Guess Who’s Coming to Dinner
Prior to the Industrial Revolution, people grew, preserved, and prepared most of the food they ate. Food products that were purchased were relatively simple – like flour and bread. Consumers personally knew most food producers and were able to evaluate the products through personal experience.
Today, food products are more complicated. Nearly all the foods you eat are produced by others. Additives reduce food spoilage and make food more appealing in appearance and taste. Faster modes of transportation and other technical advances make it possible to purchase food from around the world. With these changes, it is more difficult for individuals to determine the quality of products and whether they are safe. The U.S. government has established rules to keep harmful foods out of the marketplace and provide information that will help you evaluate products before you buy.
Your task in this lesson will be to read about some of the government rules that protect our nation’s food supply, identify reasons buyers and sellers seek government regulation and information in a market economy, and to use information on food labels to make a consumer choice.
Activity 1: Food Safety and Quality
In the early years of the United States, federal regulation of food was extremely rare and applied only to food imports. States had principal control over domestically produced and distributed foods. This control was inconsistent at best. The Massachusetts Act led the way in state-sponsored food and drug laws.
By the late 1800s, the public was becoming increasingly alarmed by reports of “fake” foods and food safety scares. Read these two articles from the FDA Consumer to learn more about the events that created public mistrust of foods and how government ultimately was asked to intervene.
- The Long Struggle For The 1906 Law by James Harvey Young, July 1981
- The 'Poison Squad' and the Advent of Food and Drug Regulation by Carol Lewis, December 2002
Using what you have read, answer the questions on the "The Struggle for a Federal Pure Food Law" worksheet concerning the struggle for passage of the first food safety laws.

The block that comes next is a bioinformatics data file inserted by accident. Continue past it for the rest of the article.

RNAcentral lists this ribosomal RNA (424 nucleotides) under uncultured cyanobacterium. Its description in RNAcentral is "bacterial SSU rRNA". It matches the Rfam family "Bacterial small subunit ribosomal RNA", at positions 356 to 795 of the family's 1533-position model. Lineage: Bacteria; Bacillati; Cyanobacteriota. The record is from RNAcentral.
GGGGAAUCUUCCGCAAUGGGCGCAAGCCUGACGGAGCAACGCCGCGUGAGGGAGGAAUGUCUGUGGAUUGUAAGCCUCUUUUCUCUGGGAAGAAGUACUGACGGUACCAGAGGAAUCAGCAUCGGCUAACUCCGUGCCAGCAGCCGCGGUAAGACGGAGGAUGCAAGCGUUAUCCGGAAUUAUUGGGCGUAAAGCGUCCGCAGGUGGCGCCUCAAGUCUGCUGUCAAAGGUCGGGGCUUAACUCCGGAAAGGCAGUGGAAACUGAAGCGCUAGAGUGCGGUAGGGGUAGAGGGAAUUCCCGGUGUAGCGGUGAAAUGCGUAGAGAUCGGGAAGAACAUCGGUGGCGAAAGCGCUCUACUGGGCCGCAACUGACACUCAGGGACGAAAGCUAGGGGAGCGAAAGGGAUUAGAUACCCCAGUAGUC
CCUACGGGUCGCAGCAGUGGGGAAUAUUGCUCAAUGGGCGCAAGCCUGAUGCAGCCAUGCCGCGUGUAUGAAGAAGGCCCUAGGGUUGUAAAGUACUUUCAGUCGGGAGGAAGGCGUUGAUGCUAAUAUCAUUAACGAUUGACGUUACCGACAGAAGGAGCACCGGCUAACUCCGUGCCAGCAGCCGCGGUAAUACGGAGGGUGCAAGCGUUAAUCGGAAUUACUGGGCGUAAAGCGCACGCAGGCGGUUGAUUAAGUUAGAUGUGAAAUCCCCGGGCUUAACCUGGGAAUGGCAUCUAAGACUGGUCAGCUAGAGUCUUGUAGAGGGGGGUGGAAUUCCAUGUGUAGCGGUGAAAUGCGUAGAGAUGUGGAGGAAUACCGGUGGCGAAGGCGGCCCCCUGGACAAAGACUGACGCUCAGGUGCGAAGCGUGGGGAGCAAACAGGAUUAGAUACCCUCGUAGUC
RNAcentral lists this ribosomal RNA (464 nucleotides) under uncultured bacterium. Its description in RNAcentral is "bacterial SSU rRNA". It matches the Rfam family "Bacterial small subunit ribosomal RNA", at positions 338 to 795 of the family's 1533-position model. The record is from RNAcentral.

From the magazine articles, you know that Congress took action to restore public confidence in food in 1906. The Pure Food and Drugs Act banned interstate and foreign commerce in adulterated and misbranded food. Offending products could be seized and violators could be fined and jailed. Congress also passed The Meat Inspection Act requiring inspection of all red meats for interstate distribution. This second law was a direct response to Upton Sinclair’s book, The Jungle, which exposed unsanitary conditions in the Chicago meat packing industry.
Just as they to do today, some producers took advantage of loopholes in the 1906 laws. Consider a new product made with food dye, artificial pectin and grass seed that looked and tasted like fruit jelly. The product had so little fruit that it could not have been sold legally, under the 1906 Pure Food and Drugs Act as jelly but it could be sold as Bred Spred.
Likewise, something called Peanut Spread was sold even though it contained very few peanuts. During the Depression, these products were heavily advertised and sold well. Consumers had no way of knowing the products were of lower quality than real jelly, jams and peanut butter. Congress stepped up again and passed The Federal Food, Drug, and Cosmetic Act of 1938 which:
- Gave the Food and Drug Administration (FDA) authority to establish standards of identity for common foods such as jams, jelly, peanut butter, mayonnaise, ketchup, ice cream and fruit juices.
- Prohibited the addition of poisonous substances to foods and allowed
- the FDA to set maximum safe levels for unavoidable poisonous substances.
- Required every container of processed, packaged food to state the name of the food and its net weight.
- Added federal court injunctions to the previous legal remedies of voluntary recall, product seizures, and criminal prosecutions.
As new issues arose, other federal regulations concerning food safety and quality followed.
1954: Miller Pesticide Amendment provided for the establishment of specific maximum amounts of pesticide residues that are allowed to remain on agricultural products.
1958: Food Additives (Delaney) Amendment prohibited food products, which contain additives found to cause cancer in either people or animals. The amendment also required manufacturers to prove the safety of new food additives before using them in food products.
The same year, the FDA published its first list of Substances Generally Recognized As Safe (GRAS) – additives in common use prior to 1958 which had not been found to cause cancer. Substances on the GRAS list range from salt and sugar to monosodium glutamate (MSG).
Responsibility for regulating the food supply and monitoring food safety today rests primarily in the hands of two federal agencies. The U.S. Department of Agriculture (USDA), specifically the Food Safety and Inspection Service (FSIS), is responsible for enforcing meat and poultry regulations. The FSIS inspects meat and poultry slaughtering and processing facilities.
The Food and Drug Administration (FDA), in the U.S. Department of Health and Human Services is responsible for all other food products. The FDA inspects products and food processing facilities. It also has responsibility for the approval of new foods, food additives, and pesticides. FDA inspectors are authorized to cover every link in the food chain including farms, warehouses, ports of entry, processing plants, transportation vehicles, restaurants, and supermarkets.